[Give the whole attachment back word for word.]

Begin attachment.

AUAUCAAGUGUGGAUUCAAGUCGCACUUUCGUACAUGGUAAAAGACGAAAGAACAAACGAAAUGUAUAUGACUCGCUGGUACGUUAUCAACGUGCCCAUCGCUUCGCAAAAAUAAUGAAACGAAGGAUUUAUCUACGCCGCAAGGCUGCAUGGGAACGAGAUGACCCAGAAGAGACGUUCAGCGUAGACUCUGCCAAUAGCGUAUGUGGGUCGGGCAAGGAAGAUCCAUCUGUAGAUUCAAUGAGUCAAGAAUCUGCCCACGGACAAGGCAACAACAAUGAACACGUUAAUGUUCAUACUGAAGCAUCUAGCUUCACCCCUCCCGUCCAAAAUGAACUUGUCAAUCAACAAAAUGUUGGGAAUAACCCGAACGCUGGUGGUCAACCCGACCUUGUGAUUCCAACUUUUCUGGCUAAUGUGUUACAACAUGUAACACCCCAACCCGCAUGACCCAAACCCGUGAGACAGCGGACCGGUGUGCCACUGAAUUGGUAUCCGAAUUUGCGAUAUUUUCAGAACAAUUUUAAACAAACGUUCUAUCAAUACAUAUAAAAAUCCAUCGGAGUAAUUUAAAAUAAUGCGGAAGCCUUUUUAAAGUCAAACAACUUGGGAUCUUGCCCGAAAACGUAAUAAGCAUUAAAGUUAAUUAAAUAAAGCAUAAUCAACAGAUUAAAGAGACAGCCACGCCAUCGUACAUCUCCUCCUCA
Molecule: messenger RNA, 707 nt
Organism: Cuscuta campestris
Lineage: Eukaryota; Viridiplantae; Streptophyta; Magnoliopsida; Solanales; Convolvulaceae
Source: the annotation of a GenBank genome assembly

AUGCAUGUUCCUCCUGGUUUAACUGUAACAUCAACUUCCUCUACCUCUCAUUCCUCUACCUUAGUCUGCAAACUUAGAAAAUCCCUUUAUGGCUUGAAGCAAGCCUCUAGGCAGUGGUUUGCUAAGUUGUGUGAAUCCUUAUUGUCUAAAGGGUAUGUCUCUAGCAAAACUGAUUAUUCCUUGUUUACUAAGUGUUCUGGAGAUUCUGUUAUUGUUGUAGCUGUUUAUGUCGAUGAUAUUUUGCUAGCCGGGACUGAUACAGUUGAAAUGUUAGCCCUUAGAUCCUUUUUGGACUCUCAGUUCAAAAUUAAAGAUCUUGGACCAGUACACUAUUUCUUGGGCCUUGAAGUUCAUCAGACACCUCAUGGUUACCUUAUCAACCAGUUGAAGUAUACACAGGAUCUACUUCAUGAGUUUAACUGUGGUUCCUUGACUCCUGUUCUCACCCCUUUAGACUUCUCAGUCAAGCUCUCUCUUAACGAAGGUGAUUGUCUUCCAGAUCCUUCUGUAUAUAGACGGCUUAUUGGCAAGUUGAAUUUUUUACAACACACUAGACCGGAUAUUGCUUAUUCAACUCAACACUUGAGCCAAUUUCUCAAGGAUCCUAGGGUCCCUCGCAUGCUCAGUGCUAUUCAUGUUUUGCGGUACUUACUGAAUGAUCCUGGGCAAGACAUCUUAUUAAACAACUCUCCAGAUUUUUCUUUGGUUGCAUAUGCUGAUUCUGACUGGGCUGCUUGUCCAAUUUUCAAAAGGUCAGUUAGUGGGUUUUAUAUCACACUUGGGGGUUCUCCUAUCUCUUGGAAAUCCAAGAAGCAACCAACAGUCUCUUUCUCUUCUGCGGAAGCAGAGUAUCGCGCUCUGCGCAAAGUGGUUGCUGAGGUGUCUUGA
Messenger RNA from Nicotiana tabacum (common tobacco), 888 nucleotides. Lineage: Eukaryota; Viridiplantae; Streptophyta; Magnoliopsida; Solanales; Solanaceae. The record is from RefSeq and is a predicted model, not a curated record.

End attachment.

AUAUCAAGUGUGGAUUCAAGUCGCACUUUCGUACAUGGUAAAAGACGAAAGAACAAACGAAAUGUAUAUGACUCGCUGGUACGUUAUCAACGUGCCCAUCGCUUCGCAAAAAUAAUGAAACGAAGGAUUUAUCUACGCCGCAAGGCUGCAUGGGAACGAGAUGACCCAGAAGAGACGUUCAGCGUAGACUCUGCCAAUAGCGUAUGUGGGUCGGGCAAGGAAGAUCCAUCUGUAGAUUCAAUGAGUCAAGAAUCUGCCCACGGACAAGGCAACAACAAUGAACACGUUAAUGUUCAUACUGAAGCAUCUAGCUUCACCCCUCCCGUCCAAAAUGAACUUGUCAAUCAACAAAAUGUUGGGAAUAACCCGAACGCUGGUGGUCAACCCGACCUUGUGAUUCCAACUUUUCUGGCUAAUGUGUUACAACAUGUAACACCCCAACCCGCAUGACCCAAACCCGUGAGACAGCGGACCGGUGUGCCACUGAAUUGGUAUCCGAAUUUGCGAUAUUUUCAGAACAAUUUUAAACAAACGUUCUAUCAAUACAUAUAAAAAUCCAUCGGAGUAAUUUAAAAUAAUGCGGAAGCCUUUUUAAAGUCAAACAACUUGGGAUCUUGCCCGAAAACGUAAUAAGCAUUAAAGUUAAUUAAAUAAAGCAUAAUCAACAGAUUAAAGAGACAGCCACGCCAUCGUACAUCUCCUCCUCA
Molecule: messenger RNA, 707 nt
Organism: Cuscuta campestris
Lineage: Eukaryota; Viridiplantae; Streptophyta; Magnoliopsida; Solanales; Convolvulaceae
Source: the annotation of a GenBank genome assembly

AUGCAUGUUCCUCCUGGUUUAACUGUAACAUCAACUUCCUCUACCUCUCAUUCCUCUACCUUAGUCUGCAAACUUAGAAAAUCCCUUUAUGGCUUGAAGCAAGCCUCUAGGCAGUGGUUUGCUAAGUUGUGUGAAUCCUUAUUGUCUAAAGGGUAUGUCUCUAGCAAAACUGAUUAUUCCUUGUUUACUAAGUGUUCUGGAGAUUCUGUUAUUGUUGUAGCUGUUUAUGUCGAUGAUAUUUUGCUAGCCGGGACUGAUACAGUUGAAAUGUUAGCCCUUAGAUCCUUUUUGGACUCUCAGUUCAAAAUUAAAGAUCUUGGACCAGUACACUAUUUCUUGGGCCUUGAAGUUCAUCAGACACCUCAUGGUUACCUUAUCAACCAGUUGAAGUAUACACAGGAUCUACUUCAUGAGUUUAACUGUGGUUCCUUGACUCCUGUUCUCACCCCUUUAGACUUCUCAGUCAAGCUCUCUCUUAACGAAGGUGAUUGUCUUCCAGAUCCUUCUGUAUAUAGACGGCUUAUUGGCAAGUUGAAUUUUUUACAACACACUAGACCGGAUAUUGCUUAUUCAACUCAACACUUGAGCCAAUUUCUCAAGGAUCCUAGGGUCCCUCGCAUGCUCAGUGCUAUUCAUGUUUUGCGGUACUUACUGAAUGAUCCUGGGCAAGACAUCUUAUUAAACAACUCUCCAGAUUUUUCUUUGGUUGCAUAUGCUGAUUCUGACUGGGCUGCUUGUCCAAUUUUCAAAAGGUCAGUUAGUGGGUUUUAUAUCACACUUGGGGGUUCUCCUAUCUCUUGGAAAUCCAAGAAGCAACCAACAGUCUCUUUCUCUUCUGCGGAAGCAGAGUAUCGCGCUCUGCGCAAAGUGGUUGCUGAGGUGUCUUGA
Messenger RNA from Nicotiana tabacum (common tobacco), 888 nucleotides. Lineage: Eukaryota; Viridiplantae; Streptophyta; Magnoliopsida; Solanales; Solanaceae. The record is from RefSeq and is a predicted model, not a curated record.